CHICAGO (CBS) — Severe weather Monday evening came in waves.
Multiple storm warnings were issued throughout the early evening. There were sightings of tornadoes southwest of the Chicago viewing area. Closer to home, the storms produced torrential rains and strong winds. Those storms moved out of Chicago by 10 p.m. and brought in cooler air overnight. On Tuesday, the clouds will linger, but no rain is expected for the White Sox-Astros playoff game.READ MORE: City Hall, Chicago FOP File Dueling Lawsuits In Heated Standoff Over Vaccine Mandate
A severe thunderstorm warning was issued for Northwest Indiana just before 5 p.m. The warning covered Jasper, Porter and Newton counties until 5:45 p.m., according to the National Weather Service. A confirmed tornado was spotted in Marshall and Putnam County, north of Peoria. A tornado warning was in effect there until 5:30 p.m.
The Weather Service issued a tornado watch for dozens of counties in Illinois and five in northwest Indiana through 9 p.m.
According to CBS 2 meteorologist Mary Kay Kleist, the first wave of storms moved in late Monday afternoon, and the next one right behind it from 5:00 to 9:00 p.m. A line of strong storms moved through NW Indiana, from Lake of the Four Seasons toward Valparaiso around 5:20 p.m. Another pocket of storms was spotted in Kankakee County. Another cell with strong rain and winds swept through Calumet City and Munster, Ind. around 5:20 p.m.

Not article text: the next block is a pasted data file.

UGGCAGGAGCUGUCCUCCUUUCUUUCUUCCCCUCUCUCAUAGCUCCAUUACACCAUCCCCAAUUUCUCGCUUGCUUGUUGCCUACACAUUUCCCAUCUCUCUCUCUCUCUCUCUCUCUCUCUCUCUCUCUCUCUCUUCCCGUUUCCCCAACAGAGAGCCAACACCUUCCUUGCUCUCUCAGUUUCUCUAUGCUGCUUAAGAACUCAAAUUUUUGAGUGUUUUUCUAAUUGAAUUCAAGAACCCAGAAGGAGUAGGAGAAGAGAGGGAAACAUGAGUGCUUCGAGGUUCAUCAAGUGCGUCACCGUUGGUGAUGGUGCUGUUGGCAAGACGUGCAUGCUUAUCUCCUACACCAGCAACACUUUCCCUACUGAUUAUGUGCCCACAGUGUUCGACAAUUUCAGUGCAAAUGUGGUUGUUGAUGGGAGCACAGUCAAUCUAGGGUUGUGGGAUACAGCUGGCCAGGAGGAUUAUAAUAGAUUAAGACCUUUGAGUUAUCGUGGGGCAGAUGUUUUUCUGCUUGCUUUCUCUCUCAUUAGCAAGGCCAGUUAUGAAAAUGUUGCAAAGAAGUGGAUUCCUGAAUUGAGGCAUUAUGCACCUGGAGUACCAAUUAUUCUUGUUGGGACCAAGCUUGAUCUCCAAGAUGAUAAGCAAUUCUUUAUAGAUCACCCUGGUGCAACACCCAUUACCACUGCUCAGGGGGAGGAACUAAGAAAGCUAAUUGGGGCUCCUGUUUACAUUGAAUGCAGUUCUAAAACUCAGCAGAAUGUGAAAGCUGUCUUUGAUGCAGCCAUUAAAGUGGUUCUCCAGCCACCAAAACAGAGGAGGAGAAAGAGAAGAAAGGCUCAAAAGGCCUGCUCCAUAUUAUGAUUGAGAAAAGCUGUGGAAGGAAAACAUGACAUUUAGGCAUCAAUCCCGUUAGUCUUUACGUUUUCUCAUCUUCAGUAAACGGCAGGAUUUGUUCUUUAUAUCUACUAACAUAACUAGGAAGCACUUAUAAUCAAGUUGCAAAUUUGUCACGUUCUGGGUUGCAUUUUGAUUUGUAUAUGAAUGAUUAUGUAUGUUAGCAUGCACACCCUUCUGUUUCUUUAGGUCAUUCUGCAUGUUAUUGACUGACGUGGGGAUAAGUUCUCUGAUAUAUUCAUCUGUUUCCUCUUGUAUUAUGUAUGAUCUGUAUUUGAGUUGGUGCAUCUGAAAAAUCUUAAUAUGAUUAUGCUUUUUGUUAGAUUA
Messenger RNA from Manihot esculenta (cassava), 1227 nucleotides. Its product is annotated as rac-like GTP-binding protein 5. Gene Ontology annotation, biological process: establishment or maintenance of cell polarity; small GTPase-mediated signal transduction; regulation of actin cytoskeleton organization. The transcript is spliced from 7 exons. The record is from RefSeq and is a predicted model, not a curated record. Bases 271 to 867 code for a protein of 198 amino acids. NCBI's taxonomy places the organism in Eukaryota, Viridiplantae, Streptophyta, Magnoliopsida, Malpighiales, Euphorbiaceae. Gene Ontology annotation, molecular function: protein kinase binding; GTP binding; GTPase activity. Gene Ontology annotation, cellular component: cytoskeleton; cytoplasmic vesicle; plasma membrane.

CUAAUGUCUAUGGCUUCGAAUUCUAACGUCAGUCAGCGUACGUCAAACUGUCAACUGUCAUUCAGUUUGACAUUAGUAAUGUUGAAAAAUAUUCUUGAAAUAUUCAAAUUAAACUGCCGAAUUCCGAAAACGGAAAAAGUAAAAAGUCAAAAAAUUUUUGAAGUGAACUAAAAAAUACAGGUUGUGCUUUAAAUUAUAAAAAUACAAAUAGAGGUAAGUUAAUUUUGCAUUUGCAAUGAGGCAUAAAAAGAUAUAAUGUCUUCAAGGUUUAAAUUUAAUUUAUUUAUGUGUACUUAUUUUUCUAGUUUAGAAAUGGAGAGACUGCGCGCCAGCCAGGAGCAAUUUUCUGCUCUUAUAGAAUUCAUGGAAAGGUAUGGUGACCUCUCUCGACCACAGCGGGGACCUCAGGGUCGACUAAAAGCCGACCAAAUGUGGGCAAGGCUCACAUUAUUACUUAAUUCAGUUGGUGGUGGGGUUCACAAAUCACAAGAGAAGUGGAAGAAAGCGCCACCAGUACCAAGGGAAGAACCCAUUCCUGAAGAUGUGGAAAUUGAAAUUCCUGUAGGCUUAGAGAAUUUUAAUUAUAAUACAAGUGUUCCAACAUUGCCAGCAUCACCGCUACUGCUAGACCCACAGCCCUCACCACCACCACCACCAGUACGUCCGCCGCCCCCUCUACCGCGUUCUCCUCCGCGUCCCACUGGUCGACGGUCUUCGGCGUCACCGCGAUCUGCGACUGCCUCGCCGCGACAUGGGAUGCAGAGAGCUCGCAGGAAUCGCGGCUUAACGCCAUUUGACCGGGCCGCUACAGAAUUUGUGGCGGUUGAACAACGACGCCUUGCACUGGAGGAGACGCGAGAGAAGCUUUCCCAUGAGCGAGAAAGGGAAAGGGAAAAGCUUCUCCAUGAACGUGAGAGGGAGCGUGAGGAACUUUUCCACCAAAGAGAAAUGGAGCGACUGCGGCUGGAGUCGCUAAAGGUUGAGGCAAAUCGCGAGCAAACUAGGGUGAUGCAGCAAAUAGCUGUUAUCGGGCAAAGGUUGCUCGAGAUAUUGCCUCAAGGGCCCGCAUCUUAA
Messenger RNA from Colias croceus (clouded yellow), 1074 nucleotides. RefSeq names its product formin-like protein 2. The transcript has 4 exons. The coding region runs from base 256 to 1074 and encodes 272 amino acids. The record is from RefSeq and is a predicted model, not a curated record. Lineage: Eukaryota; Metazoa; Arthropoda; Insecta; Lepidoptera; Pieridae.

Another thunderstorm warning was issued for Ford, LaSalle and Grundy counties until 6:45 p.m. Then again, more storm warnings for DeKalb, LaSalle, Lee and Ogle counties. A tornado warning was issued for LaSalle County until 7 p.m.
Weather spotters in Valparaiso reported wind gusts of up to 57 miles per hour. A trained spotter reported a brief tornado touchdown–about 30 seconds–in LaSalle County around 6:30 p.m.READ MORE: Shots Fired At Police During Foot Chase In West Garfield Park
The next wave included a large line of heavy rain that was moving into the south and west suburbs at 35 miles per hour as of 7:20 p.m. While those storms had plenty of rainfall, the severity was diminishing as they moved northeast into the city and Indiana, according to a NWS notice issued around 8:15 p.m.
In Hyde Park, the rain caused streets to fill with water as fallen leaves clogged sewer drains. Power was lost in about 500 homes in Plainfield after power lines fell.
Before the waves moved in, clouds and stable rain kept the atmosphere controlled. But a vigorous upper-level wave moved through, bringing strong lift and gusty, southerly winds.
Radar signatures were “sneaky” because they didn’t look all that impressive, but brief tornadoes had the potential to form.
TONIGHT: Low 59.
TUESDAY: Mostly cloudy. Cooler. High 71.MORE NEWS: Illinois Democrats Look To Increase Edge With New Congressional Maps
WEDNESDAY: Chance of a storm. High 73.